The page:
Why Old Masters Might Not be a Good Investment

The price of Old Masters has been lagging that of contemporary art, despite the fact that the supply of Old Masters is shrinking, while the supply of contemporary art is increasing. Jeff Segal of Breaking Views concludes that "the Old Masters may become the next new thing," if the contemporary art market softens.

I say that the supply of Old Masters is shrinking not because they get destroyed but because they get donated to museums, which in turn takes them out of private hands: in any given year the number of donations will always be larger than the number of deaccessions. Meanwhile, the production of auction-worthy contemporary art has never been higher.

So why is it that contemporary art has outperformed Old Masters of late? Part of it is that the newfound glamor of the contemporary art world has sent demand there skyrocketing. But another part of it, which I think the likes of Segal ignore at their peril, is that the demand for Old Masters is falling off. A whole generation of art collectors has now grown up without the kind of classical art-historical education that many Old Master dealers used to be able to take for granted.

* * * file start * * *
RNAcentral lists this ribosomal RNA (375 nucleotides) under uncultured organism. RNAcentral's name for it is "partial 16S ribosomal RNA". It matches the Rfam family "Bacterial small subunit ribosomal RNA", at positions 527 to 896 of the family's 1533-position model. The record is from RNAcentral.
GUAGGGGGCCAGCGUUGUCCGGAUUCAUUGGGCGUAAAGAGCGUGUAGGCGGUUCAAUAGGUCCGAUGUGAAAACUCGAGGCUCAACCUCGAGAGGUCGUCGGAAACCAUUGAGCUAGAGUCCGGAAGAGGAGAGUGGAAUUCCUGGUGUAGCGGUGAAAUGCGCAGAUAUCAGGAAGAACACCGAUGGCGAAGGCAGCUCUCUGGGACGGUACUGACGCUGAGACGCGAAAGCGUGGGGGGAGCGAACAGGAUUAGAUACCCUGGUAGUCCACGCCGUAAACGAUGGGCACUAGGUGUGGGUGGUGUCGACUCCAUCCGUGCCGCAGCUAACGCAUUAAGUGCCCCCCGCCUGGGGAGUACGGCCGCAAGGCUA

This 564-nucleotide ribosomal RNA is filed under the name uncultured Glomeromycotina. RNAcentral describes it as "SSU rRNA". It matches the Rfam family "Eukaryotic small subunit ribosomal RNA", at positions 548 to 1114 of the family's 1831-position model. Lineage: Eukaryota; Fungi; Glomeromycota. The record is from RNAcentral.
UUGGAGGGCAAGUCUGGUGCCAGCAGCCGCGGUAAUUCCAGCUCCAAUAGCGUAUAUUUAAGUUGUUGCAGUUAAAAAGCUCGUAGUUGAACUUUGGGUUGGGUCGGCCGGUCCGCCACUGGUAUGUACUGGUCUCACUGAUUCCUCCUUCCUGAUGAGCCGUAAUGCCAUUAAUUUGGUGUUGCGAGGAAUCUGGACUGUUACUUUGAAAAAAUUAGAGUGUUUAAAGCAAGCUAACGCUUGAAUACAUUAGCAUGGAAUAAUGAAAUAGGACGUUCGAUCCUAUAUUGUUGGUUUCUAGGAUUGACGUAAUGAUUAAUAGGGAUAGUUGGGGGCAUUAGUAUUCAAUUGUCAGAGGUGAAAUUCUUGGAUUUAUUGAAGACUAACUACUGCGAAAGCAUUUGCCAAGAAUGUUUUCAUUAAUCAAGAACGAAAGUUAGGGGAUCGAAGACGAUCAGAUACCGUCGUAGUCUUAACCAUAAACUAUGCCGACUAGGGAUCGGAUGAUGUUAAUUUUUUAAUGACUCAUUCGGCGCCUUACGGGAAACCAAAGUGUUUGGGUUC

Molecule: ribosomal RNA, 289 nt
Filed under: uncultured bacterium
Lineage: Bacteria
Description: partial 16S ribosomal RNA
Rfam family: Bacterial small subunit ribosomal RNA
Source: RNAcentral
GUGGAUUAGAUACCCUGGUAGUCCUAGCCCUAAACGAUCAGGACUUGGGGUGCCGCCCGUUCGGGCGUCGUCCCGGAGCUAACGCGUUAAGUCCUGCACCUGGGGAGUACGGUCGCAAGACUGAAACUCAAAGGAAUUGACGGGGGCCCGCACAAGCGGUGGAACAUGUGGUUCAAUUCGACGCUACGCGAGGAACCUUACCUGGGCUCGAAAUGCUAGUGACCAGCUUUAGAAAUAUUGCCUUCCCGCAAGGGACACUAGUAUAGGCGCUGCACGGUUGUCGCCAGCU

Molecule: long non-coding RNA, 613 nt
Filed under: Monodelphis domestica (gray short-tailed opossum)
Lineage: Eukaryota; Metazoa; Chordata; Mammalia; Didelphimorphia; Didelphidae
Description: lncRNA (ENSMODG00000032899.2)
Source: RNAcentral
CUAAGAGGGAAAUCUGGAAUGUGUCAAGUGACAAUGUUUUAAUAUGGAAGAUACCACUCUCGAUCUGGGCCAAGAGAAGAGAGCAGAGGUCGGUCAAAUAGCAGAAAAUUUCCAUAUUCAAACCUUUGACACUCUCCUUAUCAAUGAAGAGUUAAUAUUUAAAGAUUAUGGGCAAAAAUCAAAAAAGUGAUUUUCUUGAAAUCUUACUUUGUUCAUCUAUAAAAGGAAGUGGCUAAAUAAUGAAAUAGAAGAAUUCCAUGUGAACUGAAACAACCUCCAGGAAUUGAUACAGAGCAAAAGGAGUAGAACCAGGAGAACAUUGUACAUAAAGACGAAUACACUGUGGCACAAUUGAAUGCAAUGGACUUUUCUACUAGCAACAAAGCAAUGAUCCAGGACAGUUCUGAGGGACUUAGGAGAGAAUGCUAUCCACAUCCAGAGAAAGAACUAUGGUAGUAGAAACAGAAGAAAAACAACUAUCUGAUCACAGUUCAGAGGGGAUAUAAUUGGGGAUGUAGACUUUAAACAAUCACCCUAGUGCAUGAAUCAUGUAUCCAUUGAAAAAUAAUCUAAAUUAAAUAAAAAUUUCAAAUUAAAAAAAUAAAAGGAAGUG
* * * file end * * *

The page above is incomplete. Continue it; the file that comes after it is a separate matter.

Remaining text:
And a substantial part of the price appreciation that has been seen in the Old Master market can be put down to simple arbitrage. A prime example was revealed by Calvin Tomkins in the New Yorker in November, when he told the story of how Jeff Koons, flush with cash from selling his recent paintings and sculptures, bought a relatively cheap Gustave Courbet for $3 million. (Emphasis on the "relatively".)

What’s more, substantially all of the best Old Master paintings are already either in museums or likely to be donated to museums by their present owners: it’s simply not possible to build a first-rate collection of Old Masters these days. And the potential for massive price appreciation, which always exists in contemporary art, would seem not to exist with Old Masters: the days have gone when some 18th Century master might be "rediscovered" to new and general public acclaim.

So my feeling is that demand for Old Masters (or "old brown paintings," as they’re derisively known) has entered a long-term secular decline, which is masked by the fact that prices have been rising. You’d probably be better off with violins.

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